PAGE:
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AV Club Review
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Wednesday, April 15, 2020
'ARE SNAKES NECESSARY?' - A FEW MORE REVIEWS
AS CRITERION ANNOUNCES JULY 14 RELEASE FOR 'THE LADY EVE'
https://www.angelfire.com/de/palma/ladyevemirror.jpg

Criterion announced today that it will release a new 4K digital restoration edition of Preston Sturges' The Lady Eve on July 14, with many special features, some old, some new. Of course, Sturges' film is where Brian De Palma and Susan Lehman take the title of their first novel from, and there are a handful of new reviews of the book from earlier this month:

Sam Tyler, SFBook

There is a certain flavour that a good pulp noir novel should provide and Are Snakes Necessary does this from the very start by introducing us to Brock. This is a self-centred man who starts the book thinking about is aching privates after an operation. So far, so pulp. Rather than stick with just the one character, this is an ensemble piece that shares the limelight equally among three or four characters. Other smaller roles are given time to shine as well.

 

This means that the characters are more rounded than in almost any other noir that I have read. You learn the motivations for a senator, his wife, his intern, his fixer, the women he hired for a con and that women’s lover. It is a potent mix but does lead to this being a slow burner. I found the sense of place and characters enthralling enough that I enjoyed the sedate pace. It has the feel of a Robert Altman film as you just followed interesting people around.

 

The noir elements don’t come to fore until the end. The various threads can play out and only come together as the tension rises. A remake of Vertigo plays a part in the end and it is that film that the book takes its style from. There is an enigmatic quality to the book as you follow characters who do not all seem to have a direction. The conclusion shows that De Palma and Lehman did have a destination in mind – the Eiffel Tower.

If you are used to your pulp noir being naked bodies and guns, then Snakes is not quite for you. The book does have these, but it is more about characterisation and story development. It feels like Wag the Dog written by Carl Hiaasen on one of his more acerbic days. To get the most from this book you must enjoy the journey. The duo of authors fills the pages with nice quips and asides that you would expect from the genre. It certainly lacks a little pace in places and perhaps there were one or two too many characters, but there is no denying that this is an accomplished read that will have fans of character development in good cheer.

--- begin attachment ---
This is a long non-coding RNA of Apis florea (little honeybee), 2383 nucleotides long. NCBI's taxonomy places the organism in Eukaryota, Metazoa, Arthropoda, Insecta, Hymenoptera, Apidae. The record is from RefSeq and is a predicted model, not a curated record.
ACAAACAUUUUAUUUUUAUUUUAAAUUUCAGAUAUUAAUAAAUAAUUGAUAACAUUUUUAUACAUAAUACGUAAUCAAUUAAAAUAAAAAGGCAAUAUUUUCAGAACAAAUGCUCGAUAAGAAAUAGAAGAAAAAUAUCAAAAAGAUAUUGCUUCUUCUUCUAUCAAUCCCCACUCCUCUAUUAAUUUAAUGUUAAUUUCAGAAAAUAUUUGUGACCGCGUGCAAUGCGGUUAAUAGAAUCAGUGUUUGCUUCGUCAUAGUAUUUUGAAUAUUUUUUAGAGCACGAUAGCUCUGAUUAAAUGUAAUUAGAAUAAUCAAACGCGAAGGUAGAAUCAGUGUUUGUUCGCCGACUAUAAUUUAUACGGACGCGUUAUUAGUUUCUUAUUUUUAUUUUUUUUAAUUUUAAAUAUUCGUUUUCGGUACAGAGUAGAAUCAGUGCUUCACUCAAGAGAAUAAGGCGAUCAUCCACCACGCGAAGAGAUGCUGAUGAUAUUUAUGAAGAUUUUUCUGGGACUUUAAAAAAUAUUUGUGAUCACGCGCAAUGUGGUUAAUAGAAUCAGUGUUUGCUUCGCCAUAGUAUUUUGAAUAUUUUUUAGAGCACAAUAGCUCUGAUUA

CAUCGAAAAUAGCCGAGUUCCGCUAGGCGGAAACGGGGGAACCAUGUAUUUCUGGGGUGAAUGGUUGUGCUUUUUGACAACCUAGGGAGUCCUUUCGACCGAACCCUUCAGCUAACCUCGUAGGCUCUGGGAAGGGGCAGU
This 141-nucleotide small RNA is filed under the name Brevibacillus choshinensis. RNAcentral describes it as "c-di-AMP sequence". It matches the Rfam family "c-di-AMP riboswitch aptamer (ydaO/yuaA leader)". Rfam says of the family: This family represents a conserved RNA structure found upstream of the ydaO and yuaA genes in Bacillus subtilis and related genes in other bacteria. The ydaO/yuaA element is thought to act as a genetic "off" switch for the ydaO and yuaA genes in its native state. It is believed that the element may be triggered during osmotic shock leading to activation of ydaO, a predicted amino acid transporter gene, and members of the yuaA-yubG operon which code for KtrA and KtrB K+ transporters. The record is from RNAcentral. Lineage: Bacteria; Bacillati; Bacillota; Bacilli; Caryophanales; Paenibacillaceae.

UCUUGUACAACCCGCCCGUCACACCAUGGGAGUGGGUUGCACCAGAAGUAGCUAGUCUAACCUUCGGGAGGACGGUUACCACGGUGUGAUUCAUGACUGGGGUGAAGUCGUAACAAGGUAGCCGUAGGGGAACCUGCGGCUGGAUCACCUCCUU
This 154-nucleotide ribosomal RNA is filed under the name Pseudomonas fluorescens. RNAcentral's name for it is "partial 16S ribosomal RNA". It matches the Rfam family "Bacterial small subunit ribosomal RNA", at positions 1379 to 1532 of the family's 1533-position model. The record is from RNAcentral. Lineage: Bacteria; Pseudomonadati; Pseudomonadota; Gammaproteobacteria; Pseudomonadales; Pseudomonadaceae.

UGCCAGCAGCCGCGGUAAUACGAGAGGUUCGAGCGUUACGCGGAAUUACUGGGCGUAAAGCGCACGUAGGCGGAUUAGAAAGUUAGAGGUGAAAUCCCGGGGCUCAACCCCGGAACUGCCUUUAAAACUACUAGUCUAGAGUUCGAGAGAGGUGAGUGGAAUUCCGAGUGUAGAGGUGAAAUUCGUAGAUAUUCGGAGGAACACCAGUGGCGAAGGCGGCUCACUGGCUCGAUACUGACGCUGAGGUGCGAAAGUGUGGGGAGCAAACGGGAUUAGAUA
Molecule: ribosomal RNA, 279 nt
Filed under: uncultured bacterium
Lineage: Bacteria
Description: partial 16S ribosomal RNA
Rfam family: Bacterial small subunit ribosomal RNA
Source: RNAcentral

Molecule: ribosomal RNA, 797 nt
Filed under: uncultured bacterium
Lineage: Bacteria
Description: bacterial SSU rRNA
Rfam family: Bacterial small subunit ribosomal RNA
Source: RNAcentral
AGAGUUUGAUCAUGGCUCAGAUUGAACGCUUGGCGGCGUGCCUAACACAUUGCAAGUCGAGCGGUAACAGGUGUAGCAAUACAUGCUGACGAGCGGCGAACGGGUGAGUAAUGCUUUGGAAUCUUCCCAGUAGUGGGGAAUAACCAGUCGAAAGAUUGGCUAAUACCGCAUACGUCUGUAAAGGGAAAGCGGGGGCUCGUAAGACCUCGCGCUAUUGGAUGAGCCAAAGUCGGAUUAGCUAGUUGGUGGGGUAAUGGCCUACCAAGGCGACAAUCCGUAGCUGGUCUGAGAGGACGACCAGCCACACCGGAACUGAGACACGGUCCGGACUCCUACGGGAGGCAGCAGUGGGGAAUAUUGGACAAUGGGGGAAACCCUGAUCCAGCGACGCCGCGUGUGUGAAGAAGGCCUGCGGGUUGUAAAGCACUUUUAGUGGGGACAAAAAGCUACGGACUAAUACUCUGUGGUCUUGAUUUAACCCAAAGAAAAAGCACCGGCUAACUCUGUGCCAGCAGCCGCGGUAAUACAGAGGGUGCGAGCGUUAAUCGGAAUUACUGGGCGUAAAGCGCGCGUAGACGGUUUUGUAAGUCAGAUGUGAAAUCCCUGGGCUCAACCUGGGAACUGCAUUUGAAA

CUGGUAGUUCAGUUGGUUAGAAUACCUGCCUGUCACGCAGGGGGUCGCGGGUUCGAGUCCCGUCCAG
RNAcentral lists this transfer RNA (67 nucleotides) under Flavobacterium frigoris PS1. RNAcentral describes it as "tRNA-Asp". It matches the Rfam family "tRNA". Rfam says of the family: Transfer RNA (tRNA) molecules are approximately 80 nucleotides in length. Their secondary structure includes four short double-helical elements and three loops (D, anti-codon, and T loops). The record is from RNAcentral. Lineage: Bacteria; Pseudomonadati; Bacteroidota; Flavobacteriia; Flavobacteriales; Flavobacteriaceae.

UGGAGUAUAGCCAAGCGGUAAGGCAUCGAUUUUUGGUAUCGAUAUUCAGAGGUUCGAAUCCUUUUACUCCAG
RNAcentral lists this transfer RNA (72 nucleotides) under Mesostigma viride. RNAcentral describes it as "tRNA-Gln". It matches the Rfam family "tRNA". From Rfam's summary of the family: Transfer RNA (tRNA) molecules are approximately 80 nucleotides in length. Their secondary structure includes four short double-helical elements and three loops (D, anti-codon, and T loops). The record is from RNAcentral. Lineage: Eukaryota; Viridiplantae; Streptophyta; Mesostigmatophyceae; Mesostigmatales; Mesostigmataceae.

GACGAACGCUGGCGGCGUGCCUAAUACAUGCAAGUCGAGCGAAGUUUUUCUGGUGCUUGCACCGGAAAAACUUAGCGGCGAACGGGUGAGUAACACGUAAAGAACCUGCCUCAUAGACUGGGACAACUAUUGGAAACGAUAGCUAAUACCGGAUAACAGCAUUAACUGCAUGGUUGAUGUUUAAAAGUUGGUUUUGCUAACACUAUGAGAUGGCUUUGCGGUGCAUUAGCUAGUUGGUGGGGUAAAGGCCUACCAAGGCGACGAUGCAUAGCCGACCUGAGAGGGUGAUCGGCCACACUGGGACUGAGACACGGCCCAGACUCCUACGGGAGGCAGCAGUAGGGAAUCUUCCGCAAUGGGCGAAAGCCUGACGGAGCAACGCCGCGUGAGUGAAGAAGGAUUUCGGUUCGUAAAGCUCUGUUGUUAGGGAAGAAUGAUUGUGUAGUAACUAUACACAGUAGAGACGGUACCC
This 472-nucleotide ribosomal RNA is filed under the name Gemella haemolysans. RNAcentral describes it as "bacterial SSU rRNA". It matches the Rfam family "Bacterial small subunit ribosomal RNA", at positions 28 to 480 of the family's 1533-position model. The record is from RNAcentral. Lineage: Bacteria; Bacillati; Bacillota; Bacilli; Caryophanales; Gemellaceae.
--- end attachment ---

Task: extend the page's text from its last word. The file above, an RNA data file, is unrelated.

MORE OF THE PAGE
Steve Taylor-Bryant, The Dreamcage
Whilst written within the Hard Case Crime kind of style, that 50’s – 70’s pulp detective novel, it is very much a modern story with iPhones, and vlogging, but it's also a timeless tale with its heart in the past books of the publisher. It's witty, it's tense, it's extraordinarily clever, and yet reads in short, snappy sentences, letting your imagination fill in any blanks. It's more of a film treatment or script overview than a traditional novel but having words on a page play out a De Palma cinematic gem in your minds eye is no bad thing. Some may not take to the succinct style and that’s fine, each to their own, but if you read Are Snakes Necessary? from cover to cover I guarantee your life will feel the richer for it.

AnnaBookBel
So you can see where that’ll lead to too. Nick will ultimately end up in Paris working as a behind the scenes photographer on a remake of Vertigo, (which was based on the novel D’entre les morts by French crime duo Boileau-Narcejac). Paris is also where the novel will reach one of two climaxes – yes two!

So we have the fixer, the philanderer, the photographer, the ingenue and the woman scorned. Five well-fleshed out characters that intertwine more intensely as the novel goes on, although I was mostly interested in Elizabeth and, to a slightly lesser extent, Nick, than the others who were more stereotypical. I enjoyed the elements of political satire and the dark soap opera of the plot, done with tongue in cheek. De Palma and Lehman mainly let the characters drive the narrative for around two thirds of the book’s 240 pages before ramping things up in Paris, and then an extended coda. I enjoyed the more slowburn start and middle more than the latter stages of the book, especially the final chapters, which frankly, stretched the limits of plausibility a bit.

If you were expecting the more violent side of De Palma, this novel has its moments, but it’s not that kind of noir. There is moral ambiguity in abundance in the manipulation of and by key characters, and I sped through the pages. There was a cinematic feel to many of the scenes, but apart from the obvious Hitchcock homage and many possible influences at one key location which I shan’t reveal, I didn’t spot many other obvious references. (The title of the novel apparently comes from a book Henry Fonda is reading in the Preston Sturges film The Lady Eve.) In summary, this novel isn’t perfect, but it is definitely an engaging read. (7.5/10)


Posted by Geoff at 12:01 AM CDT
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